7. Write a program that will calculate the average word length of a text stored in a file (i.e the sum of all the lengths of the word tokens in the text, divided by the number of word tokens).
8. Write a program able to play the “Guess the number”-game, where the number to be guessed is randomly chosen between 1 and 20. (Source: http://inventwithpython.com) This is how it should work when run in a terminal:
```>>> import guess_number
Torbjörn
Well, Torbjörn, I am thinking of a number between 1 and 20.
Take a guess.
10
Take a guess.
15
Take a guess.
18
Good job, Torbjörn! You guessed my number in 3 guesses!```
9. An anagram is a type of word play, the result of rearranging the letters of a word or phrase to produce a new word or phrase, using all the original letters exactly once; e.g., orchestra = carthorse, A decimal point = I’m a dot in place. Write a Python program that, when started 1) randomly picks a word w from given list of words, 2) randomly permutes w (thus creating an anagram of w), 3) presents the anagram to the user, and 4) enters an interactive loop in which the user is invited to guess the original word. It may be a good idea to work with (say) colour words only. The interaction with the program may look like so:
```>>> import anagram
Colour word anagram: onwbr
Guess the colour word!
black
Guess the colour word!
brown
Correct!```
10. In a game of Lingo, there is a hidden word, five characters long. The object of the game is to find this word by guessing, and in return receive two kinds of clues: 1) the characters that are fully correct, with respect to identity as well as to position, and 2) the characters that are indeed present in the word, but which are placed in the wrong position. Write a program with which one can play Lingo. Use square brackets to mark characters correct in the sense of 1), and ordinary parentheses to mark characters correct in the sense of 2). Assuming, for example, that the program conceals the word “tiger”, you should be able to interact with it in the following way:
```>>> import lingo
snake
Clue: snak(e)
fiest
Clue: f[i](e)s(t)
times
Clue: [t][i]m[e]s
tiger
Clue: [t][i][g][e][r]```

### Somewhat harder exercises

1. A sentence splitter is a program capable of splitting a text into sentences. The standard set of heuristics for sentence splitting includes (but isn’t limited to) the following rules:

Sentence boundaries occur at one of “.” (periods), “?” or “!”, except that

1. Periods followed by whitespace followed by a lower case letter are not sentence boundaries.
2. Periods followed by a digit with no intervening whitespace are not sentence boundaries.
3. Periods followed by whitespace and then an upper case letter, but preceded by any of a short list of titles are not sentence boundaries. Sample titles include Mr., Mrs., Dr., and so on.
4. Periods internal to a sequence of letters with no adjacent whitespace are not sentence boundaries (for example, http://www.aptex.com, or e.g).
5. Periods followed by certain kinds of punctuation (notably comma and more periods) are probably not sentence boundaries.

Your task here is to write a program that given the name of a text file is able to write its content with each sentence on a separate line. Test your program with the following short text: Mr. Smith bought cheapsite.com for 1.5 million dollars, i.e. he paid a lot for it. Did he mind? Adam Jones Jr. thinks he didn’t. In any case, this isn’t true… Well, with a probability of .9 it isn’t. The result should be:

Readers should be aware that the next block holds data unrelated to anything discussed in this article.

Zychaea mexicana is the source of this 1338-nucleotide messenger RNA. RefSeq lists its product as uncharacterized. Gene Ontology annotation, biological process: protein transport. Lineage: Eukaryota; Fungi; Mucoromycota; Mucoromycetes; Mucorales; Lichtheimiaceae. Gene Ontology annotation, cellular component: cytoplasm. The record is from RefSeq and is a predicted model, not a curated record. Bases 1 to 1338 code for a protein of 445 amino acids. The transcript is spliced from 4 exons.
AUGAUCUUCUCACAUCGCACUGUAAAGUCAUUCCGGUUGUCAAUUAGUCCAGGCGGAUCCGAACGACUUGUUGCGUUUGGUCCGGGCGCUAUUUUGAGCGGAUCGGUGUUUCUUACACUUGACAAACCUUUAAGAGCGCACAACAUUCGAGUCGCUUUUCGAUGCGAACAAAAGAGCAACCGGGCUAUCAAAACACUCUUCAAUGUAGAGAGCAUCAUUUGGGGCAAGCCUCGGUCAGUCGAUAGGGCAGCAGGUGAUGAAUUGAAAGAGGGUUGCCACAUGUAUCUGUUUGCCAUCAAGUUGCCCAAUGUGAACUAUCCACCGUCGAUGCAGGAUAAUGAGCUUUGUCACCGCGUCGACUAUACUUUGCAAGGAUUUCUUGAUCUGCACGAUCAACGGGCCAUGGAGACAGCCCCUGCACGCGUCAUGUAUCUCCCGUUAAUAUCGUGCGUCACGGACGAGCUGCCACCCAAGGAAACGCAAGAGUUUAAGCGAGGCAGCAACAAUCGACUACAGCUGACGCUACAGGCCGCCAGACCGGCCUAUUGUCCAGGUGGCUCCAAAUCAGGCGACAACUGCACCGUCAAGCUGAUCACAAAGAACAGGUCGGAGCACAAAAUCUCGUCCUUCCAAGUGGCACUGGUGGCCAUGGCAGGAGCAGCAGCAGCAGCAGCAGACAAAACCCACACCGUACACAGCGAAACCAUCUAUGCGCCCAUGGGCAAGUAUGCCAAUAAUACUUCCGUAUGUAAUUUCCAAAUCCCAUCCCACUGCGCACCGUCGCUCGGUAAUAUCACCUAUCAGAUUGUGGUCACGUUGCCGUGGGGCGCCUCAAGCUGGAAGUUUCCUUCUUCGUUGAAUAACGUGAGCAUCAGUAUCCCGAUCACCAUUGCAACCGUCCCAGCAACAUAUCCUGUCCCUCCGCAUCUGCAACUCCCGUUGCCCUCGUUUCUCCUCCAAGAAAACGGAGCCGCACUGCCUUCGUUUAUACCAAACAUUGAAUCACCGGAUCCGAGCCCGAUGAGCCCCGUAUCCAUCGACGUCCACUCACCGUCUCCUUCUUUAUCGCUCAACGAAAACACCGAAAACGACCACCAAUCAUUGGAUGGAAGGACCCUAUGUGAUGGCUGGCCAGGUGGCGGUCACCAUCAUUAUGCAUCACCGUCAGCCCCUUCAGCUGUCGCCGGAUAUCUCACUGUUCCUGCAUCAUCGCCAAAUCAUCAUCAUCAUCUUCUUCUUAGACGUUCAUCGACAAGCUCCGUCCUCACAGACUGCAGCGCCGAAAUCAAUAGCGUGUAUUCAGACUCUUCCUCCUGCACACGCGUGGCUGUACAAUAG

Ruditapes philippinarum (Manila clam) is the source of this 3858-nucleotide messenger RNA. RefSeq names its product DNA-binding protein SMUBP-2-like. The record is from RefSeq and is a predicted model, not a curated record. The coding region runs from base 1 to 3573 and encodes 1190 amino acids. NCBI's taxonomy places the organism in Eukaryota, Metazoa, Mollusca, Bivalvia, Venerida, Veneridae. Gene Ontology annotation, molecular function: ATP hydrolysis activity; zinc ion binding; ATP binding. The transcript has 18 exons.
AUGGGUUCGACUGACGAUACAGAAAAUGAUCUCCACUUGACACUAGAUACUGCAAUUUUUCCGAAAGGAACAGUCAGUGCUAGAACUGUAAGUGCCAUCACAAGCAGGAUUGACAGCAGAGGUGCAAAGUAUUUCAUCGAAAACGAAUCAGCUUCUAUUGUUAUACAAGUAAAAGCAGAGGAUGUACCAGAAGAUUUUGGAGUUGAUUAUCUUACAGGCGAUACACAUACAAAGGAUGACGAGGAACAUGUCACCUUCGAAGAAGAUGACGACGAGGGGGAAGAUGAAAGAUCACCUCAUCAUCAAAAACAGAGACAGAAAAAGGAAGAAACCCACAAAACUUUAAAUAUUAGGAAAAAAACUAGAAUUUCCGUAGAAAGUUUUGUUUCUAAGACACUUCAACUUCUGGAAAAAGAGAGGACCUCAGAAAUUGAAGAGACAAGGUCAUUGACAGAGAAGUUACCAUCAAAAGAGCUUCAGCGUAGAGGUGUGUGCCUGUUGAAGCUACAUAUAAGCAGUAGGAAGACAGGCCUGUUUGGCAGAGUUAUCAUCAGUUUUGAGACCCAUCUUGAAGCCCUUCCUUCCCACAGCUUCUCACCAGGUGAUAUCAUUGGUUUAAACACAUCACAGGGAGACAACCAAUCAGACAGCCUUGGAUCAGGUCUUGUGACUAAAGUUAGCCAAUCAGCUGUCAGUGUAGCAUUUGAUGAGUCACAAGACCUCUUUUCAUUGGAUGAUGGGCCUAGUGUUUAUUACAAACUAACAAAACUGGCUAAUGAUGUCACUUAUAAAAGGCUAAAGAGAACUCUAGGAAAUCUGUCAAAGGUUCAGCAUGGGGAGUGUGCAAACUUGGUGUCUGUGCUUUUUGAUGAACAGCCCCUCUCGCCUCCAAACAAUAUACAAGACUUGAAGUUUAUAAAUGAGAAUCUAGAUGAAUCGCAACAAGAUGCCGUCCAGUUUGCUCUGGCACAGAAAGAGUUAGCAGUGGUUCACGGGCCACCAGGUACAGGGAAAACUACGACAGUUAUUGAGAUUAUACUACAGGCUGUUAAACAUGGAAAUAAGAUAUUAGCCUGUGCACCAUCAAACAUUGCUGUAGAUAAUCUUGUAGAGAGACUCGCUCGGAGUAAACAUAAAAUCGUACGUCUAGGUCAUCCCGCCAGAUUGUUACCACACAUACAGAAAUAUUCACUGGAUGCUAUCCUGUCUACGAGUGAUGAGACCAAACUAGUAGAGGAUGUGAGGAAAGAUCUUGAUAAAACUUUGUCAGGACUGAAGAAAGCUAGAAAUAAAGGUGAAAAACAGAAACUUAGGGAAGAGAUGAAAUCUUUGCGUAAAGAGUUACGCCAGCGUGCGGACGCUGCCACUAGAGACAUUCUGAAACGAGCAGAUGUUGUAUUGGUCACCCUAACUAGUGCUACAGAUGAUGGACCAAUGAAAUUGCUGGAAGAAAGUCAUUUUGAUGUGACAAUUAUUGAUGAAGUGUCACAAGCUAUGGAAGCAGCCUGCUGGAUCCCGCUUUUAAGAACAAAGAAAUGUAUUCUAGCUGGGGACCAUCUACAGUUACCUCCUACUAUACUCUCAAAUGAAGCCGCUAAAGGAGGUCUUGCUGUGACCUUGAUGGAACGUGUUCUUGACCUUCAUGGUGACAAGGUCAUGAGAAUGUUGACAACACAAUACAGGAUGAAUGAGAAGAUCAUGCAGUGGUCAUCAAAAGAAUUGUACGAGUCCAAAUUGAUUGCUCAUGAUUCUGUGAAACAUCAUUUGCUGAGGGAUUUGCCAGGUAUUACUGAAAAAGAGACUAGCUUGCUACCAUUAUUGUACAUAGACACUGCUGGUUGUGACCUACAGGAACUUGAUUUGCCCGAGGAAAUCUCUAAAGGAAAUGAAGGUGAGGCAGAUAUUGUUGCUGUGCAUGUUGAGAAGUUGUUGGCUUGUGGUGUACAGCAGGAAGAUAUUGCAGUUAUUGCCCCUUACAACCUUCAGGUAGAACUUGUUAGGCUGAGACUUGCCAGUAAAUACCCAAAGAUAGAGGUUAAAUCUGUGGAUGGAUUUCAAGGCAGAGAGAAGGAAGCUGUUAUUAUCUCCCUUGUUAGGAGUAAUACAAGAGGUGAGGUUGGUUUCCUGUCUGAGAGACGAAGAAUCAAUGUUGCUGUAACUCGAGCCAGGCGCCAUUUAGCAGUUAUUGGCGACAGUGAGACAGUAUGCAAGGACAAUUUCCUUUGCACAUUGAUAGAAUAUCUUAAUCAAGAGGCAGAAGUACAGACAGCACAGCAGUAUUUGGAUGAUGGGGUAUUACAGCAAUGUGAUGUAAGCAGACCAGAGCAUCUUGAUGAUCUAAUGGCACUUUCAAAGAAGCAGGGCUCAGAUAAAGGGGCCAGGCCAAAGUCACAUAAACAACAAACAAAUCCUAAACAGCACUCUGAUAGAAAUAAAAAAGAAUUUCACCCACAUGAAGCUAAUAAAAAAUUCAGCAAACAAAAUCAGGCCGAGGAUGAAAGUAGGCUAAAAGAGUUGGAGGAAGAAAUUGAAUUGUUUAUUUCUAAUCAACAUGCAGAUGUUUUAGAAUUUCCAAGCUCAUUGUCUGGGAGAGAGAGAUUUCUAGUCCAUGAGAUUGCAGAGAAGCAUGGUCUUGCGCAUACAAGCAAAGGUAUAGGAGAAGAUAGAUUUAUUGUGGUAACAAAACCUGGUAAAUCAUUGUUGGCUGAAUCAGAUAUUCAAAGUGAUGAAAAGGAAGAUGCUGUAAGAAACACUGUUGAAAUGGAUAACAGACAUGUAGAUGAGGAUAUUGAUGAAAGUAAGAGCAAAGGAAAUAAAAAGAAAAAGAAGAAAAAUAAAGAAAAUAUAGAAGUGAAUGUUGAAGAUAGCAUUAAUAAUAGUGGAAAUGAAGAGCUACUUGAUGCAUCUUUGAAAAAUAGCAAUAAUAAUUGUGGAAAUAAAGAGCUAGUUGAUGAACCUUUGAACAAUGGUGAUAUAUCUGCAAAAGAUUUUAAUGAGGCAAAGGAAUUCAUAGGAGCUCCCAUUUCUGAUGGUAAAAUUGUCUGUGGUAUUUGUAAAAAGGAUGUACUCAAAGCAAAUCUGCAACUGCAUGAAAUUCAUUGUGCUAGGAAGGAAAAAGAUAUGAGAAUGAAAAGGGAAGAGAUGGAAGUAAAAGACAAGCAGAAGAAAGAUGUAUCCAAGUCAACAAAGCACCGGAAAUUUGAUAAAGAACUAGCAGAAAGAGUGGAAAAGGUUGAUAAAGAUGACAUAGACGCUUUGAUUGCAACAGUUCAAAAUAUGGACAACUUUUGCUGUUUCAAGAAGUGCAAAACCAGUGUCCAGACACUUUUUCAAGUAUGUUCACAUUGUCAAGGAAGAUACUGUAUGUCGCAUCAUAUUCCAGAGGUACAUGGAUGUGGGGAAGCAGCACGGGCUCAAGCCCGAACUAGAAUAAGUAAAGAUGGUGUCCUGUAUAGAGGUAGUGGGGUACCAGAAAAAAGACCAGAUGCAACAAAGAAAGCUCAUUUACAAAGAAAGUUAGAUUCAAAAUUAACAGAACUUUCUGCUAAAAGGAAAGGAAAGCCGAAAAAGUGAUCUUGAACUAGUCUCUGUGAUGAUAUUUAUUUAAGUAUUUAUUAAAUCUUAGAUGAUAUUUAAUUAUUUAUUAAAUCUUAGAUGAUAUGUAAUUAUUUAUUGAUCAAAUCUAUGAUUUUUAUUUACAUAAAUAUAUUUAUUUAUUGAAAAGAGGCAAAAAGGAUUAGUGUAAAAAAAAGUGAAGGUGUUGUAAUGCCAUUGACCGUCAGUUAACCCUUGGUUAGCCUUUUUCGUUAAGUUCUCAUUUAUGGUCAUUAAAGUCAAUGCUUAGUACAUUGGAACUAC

```Mr. Smith bought cheapsite.com for 1.5 million dollars, i.e. he paid a lot for it.
Did he mind?
Adam Jones Jr. thinks he didn't.
In any case, this isn't true...
Well, with a probability of .9 it isn't.
```
2. An anagram is a type of word play, the result of rearranging the letters of a word or phrase to produce a new word or phrase, using all the original letters exactly once; e.g., orchestra = carthorse. Using the word list at http://www.puzzlers.org/pub/wordlists/unixdict.txt, write a program that finds the sets of words that share the same characters that contain the most words in them.
• Generate a string with N opening brackets (“`[`“) and N closing brackets (“`]`“), in some arbitrary order.
• Determine whether the generated string is balanced; that is, whether it consists entirely of pairs of opening/closing brackets (in that order), none of which mis-nest.

Examples:

```   []        OK   ][        NOT OK
[][]      OK   ][][      NOT OK
[[][]]    OK   []][[]    NOT OK
```
4. A certain childrens game involves starting with a word in a particular category. Each participant in turn says a word, but that word must begin with the final letter of the previous word. Once a word has been given, it cannot be repeated. If an opponent cannot give a word in the category, they fall out of the game. For example, with “animals” as the category,
```Child 1: dog
Child 2: goldfish
Child 1: hippopotamus
Child 2: snake
...
```

Your task in this exercise is as follows: Take the following selection of 70 English Pokemon names (extracted from Wikipedia’s list of Pokemon) and generate the/a sequence with the highest possible number of Pokemon names where the subsequent name starts with the final letter of the preceding name. No Pokemon name is to be repeated.

```audino bagon baltoy banette bidoof braviary bronzor carracosta charmeleon
cresselia croagunk darmanitan deino emboar emolga exeggcute gabite
girafarig gulpin haxorus heatmor heatran ivysaur jellicent jumpluff kangaskhan
kricketune landorus ledyba loudred lumineon lunatone machamp magnezone mamoswine
nosepass petilil pidgeotto pikachu pinsir poliwrath poochyena porygon2
porygonz registeel relicanth remoraid rufflet sableye scolipede scrafty seaking
sealeo silcoon simisear snivy snorlax spoink starly tirtouga trapinch treecko
tyrogue vigoroth vulpix wailord wartortle whismur wingull yamask```
5. An alternade is a word in which its letters, taken alternatively in a strict sequence, and used in the same order as the original word, make up at least two other words. All letters must be used, but the smaller words are not necessarily of the same length. For example, a word with seven letters where every second letter is used will produce a four-letter word and a three-letter word. Here are two examples:
```  "board": makes "bad" and "or".
"waists": makes "wit" and "ass".
```

Using the word list at http://www.puzzlers.org/pub/wordlists/unixdict.txt, write a program that goes through each word in the list and tries to make two smaller words using every second letter. The smaller words must also be members of the list. Print the words to the screen in the above fashion.

Posted by

Este site utiliza o Akismet para reduzir spam. Saiba como seus dados em comentários são processados.